25 June 2008 22:31 [Source: ICIS news]
The High Court ruled that punitive damages of $2.5bn (€1.6bn) assessed against ExxonMobil by a lower federal court were excessive and said that the punitive or punishment amount should instead reflect the $507.5m assessed by the federal jury for compensatory damages.
The Supreme Court sent the 19-year-old case back to the appellate court level with the instruction to reconsider the jury’s $2.5bn punitive award.
ExxonMobil chief executive Rex Tillerson recognized the ruling with a subdued statement that lacked any celebratory terms, saying that “The Valdez spill was a tragic accident and one which the corporation deeply regrets”.
Tillerson said that ExxonMobil took immediate responsibility for the 24 March 1989 tanker spill at
A federal court jury had initially assessed a $5bn punitive damages against ExxonMobil in addition to the $507.5m compensatory assessment, but a federal appeals court cut that punitive penalty in half.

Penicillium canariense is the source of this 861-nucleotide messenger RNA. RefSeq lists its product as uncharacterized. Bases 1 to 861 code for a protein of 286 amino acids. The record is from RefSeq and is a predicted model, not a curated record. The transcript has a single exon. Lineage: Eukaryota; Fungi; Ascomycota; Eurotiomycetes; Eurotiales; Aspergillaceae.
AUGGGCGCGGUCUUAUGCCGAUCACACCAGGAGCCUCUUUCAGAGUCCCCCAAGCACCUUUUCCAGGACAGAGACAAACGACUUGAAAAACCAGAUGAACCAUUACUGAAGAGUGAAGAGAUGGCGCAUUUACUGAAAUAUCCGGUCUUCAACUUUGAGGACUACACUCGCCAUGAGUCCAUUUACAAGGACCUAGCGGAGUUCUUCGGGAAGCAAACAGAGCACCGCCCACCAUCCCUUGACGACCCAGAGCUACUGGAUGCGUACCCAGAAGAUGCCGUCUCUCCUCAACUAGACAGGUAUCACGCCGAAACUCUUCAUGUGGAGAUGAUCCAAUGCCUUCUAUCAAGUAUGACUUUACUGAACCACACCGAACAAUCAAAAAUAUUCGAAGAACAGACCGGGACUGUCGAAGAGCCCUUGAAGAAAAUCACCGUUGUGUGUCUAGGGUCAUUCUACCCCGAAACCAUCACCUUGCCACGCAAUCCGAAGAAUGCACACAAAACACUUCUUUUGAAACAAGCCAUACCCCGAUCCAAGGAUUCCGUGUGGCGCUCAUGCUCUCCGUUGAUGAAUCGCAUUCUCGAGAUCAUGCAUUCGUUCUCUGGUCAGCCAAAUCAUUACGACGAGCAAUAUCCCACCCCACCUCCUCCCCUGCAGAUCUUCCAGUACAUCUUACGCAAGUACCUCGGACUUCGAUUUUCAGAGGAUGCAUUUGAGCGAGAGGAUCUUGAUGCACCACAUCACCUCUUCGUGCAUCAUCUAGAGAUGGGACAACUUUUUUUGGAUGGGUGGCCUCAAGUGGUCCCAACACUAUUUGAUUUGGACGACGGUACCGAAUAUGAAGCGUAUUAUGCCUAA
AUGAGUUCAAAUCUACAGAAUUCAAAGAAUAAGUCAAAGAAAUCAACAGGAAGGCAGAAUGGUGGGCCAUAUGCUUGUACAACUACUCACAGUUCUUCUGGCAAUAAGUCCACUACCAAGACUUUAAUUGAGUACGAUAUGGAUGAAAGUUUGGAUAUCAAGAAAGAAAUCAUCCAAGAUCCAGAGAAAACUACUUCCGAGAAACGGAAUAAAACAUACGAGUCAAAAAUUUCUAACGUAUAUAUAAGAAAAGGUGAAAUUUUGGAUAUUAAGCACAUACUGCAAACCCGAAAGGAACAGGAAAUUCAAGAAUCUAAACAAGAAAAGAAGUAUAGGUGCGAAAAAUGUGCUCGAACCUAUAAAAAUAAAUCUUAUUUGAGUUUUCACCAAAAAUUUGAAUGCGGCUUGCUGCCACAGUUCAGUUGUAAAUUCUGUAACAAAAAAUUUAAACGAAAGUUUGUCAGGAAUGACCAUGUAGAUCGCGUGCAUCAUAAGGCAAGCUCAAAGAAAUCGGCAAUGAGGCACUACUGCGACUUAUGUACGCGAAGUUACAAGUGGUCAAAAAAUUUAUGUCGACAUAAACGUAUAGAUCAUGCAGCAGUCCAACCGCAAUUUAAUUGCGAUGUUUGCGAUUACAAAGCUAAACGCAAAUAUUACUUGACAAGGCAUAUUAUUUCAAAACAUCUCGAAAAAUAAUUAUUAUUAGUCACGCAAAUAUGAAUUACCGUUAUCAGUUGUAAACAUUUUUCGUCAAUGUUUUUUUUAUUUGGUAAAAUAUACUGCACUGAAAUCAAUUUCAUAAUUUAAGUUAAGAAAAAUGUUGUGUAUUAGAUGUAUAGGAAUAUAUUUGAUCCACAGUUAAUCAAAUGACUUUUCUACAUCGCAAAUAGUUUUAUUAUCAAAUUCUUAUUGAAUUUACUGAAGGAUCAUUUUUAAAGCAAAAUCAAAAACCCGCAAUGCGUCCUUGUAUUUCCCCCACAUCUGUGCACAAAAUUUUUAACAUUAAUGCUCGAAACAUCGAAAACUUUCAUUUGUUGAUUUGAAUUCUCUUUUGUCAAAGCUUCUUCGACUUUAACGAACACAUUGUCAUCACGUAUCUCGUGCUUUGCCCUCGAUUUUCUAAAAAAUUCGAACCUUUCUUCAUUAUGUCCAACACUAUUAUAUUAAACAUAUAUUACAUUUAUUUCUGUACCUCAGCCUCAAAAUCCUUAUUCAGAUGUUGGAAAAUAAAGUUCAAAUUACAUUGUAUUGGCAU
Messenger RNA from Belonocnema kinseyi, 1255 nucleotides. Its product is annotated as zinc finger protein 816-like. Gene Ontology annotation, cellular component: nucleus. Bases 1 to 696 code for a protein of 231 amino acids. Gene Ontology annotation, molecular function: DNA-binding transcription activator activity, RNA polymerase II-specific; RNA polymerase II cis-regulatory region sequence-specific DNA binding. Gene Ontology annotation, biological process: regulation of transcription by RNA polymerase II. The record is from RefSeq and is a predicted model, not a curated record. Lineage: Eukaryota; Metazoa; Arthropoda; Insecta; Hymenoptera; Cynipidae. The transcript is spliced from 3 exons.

The High Court’s decision on Wednesday means that the initial $5bn punitive damages award will likely be reduced by about 90% to $507m.
The ruling was welcomed by the broader
“The justices clearly found the original punitive damage award excessive and arbitrary,” said Quentin Riegel, the association’s deputy general counsel.
“By settling on a one-to-one standard - punitives equal to compensatory damages - they provided a standard that other courts can turn to,” Riegel said.
Manufacturers in general were worried that, if allowed to stand, the $2.5bn punitive award against the energy company would serve as a precedent that could influence a broad range of future product liability rulings.
($1 = €.64)
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